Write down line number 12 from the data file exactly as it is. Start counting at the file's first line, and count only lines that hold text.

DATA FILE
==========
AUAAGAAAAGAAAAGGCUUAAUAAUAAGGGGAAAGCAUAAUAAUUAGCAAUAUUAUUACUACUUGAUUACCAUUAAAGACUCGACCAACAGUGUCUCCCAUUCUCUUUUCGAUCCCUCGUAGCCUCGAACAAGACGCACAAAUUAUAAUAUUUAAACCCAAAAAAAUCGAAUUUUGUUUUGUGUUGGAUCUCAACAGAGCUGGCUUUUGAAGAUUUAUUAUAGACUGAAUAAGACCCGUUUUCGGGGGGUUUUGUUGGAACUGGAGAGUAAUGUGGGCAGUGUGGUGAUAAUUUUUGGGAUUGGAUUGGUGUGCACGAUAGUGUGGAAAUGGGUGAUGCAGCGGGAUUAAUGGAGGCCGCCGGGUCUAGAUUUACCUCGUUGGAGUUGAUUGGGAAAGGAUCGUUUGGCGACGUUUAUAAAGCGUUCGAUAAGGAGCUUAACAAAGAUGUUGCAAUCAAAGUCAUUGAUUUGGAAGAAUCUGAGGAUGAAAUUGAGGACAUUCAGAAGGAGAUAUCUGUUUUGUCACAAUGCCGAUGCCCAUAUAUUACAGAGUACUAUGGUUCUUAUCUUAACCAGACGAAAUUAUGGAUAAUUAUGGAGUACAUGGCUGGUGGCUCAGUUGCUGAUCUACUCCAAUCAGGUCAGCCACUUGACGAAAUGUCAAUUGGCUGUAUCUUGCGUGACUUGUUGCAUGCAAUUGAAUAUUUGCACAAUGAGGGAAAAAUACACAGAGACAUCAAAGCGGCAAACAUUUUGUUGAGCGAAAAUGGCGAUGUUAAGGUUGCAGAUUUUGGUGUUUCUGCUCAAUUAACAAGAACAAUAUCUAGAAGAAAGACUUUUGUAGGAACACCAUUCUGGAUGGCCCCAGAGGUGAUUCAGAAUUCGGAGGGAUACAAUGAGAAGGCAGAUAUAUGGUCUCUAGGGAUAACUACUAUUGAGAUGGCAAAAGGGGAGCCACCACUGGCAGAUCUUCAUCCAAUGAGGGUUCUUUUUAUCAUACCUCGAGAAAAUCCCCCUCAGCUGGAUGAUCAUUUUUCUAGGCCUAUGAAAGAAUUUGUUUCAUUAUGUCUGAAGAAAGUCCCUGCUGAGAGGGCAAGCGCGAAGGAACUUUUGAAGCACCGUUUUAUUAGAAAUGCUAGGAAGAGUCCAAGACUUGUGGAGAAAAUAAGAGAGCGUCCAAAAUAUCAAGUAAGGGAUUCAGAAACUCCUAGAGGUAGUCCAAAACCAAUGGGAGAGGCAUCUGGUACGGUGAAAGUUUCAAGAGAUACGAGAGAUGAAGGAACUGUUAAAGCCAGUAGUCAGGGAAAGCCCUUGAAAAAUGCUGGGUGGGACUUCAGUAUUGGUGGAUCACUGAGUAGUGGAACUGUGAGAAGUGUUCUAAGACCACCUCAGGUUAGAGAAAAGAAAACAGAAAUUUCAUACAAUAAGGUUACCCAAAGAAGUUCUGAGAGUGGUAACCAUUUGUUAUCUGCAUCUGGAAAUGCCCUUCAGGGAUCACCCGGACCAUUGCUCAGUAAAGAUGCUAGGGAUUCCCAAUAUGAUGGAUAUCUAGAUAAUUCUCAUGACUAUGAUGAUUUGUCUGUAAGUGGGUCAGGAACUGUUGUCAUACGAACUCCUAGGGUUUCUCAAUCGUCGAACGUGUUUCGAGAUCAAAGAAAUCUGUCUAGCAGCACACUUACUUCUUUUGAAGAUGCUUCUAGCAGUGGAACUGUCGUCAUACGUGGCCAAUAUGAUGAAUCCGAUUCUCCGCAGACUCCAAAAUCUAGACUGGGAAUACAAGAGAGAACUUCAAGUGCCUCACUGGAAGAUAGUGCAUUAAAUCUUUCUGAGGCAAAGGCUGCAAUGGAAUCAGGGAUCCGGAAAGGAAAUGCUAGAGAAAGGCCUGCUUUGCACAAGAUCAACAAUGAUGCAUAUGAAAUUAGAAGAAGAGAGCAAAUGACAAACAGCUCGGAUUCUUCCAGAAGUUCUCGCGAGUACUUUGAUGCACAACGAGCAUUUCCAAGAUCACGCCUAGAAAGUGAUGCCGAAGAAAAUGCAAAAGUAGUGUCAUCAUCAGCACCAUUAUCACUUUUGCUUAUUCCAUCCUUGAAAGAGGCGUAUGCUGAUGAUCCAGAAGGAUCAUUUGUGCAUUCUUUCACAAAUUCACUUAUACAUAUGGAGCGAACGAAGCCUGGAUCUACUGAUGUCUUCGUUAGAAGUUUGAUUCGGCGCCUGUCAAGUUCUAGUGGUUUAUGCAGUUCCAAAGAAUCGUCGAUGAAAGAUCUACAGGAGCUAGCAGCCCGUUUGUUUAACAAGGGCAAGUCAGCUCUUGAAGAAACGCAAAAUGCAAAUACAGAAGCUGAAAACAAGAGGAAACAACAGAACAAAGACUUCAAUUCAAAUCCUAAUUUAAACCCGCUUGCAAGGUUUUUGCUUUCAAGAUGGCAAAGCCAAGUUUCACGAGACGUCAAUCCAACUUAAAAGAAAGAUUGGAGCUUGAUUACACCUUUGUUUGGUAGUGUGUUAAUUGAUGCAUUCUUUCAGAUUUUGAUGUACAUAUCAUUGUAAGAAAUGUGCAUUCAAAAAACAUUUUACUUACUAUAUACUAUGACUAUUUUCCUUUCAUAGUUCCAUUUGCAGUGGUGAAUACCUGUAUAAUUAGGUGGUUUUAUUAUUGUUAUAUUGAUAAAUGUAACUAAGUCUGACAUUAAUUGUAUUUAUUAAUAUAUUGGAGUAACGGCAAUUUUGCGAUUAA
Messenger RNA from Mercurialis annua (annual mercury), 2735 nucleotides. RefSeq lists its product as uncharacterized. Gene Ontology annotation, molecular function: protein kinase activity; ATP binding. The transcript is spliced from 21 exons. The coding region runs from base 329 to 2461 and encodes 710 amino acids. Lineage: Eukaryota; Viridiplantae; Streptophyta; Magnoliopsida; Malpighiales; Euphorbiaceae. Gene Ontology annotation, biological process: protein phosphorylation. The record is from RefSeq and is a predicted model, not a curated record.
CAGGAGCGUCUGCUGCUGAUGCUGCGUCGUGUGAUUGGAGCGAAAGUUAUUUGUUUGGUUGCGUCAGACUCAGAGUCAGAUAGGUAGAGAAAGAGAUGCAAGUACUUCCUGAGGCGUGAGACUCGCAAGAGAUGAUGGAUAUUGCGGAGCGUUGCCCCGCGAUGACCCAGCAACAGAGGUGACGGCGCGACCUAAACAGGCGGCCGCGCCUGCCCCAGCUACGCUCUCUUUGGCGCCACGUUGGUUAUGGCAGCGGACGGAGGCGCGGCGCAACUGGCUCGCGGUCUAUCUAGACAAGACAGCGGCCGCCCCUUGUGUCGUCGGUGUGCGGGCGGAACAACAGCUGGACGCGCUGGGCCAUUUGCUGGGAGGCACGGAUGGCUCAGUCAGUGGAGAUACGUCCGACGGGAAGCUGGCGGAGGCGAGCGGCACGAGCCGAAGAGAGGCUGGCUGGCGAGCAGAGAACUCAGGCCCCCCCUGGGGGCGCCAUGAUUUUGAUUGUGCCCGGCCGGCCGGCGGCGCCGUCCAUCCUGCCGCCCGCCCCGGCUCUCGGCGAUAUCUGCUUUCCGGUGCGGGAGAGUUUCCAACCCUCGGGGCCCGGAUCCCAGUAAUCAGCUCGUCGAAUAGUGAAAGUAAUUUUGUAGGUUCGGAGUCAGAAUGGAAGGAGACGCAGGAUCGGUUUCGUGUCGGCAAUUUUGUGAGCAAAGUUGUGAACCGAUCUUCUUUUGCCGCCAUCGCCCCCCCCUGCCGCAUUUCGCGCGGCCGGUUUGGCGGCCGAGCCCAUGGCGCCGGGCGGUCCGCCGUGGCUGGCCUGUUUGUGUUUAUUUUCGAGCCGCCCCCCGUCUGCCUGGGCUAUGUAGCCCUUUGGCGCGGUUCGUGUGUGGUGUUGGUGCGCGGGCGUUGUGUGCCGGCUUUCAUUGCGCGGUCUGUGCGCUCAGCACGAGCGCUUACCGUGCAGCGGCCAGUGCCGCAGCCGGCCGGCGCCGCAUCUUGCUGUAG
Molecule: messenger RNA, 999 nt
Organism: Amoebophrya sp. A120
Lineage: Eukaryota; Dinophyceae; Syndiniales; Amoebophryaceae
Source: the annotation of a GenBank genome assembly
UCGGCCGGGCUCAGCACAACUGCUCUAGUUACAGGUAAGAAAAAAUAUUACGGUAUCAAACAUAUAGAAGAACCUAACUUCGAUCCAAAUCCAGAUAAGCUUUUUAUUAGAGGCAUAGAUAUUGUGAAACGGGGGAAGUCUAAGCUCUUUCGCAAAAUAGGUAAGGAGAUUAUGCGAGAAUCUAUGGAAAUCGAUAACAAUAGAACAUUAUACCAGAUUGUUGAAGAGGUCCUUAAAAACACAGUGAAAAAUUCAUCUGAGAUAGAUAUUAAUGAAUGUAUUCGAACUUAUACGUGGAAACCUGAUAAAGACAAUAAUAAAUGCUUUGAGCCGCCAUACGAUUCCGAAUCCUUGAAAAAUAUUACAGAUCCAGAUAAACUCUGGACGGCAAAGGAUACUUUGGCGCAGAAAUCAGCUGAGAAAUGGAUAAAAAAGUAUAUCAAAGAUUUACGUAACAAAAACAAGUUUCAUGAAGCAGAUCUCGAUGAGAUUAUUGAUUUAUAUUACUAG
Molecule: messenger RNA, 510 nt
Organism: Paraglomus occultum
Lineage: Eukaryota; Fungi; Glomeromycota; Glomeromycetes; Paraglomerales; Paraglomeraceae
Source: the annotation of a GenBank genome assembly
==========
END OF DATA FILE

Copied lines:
Source: the annotation of a GenBank genome assembly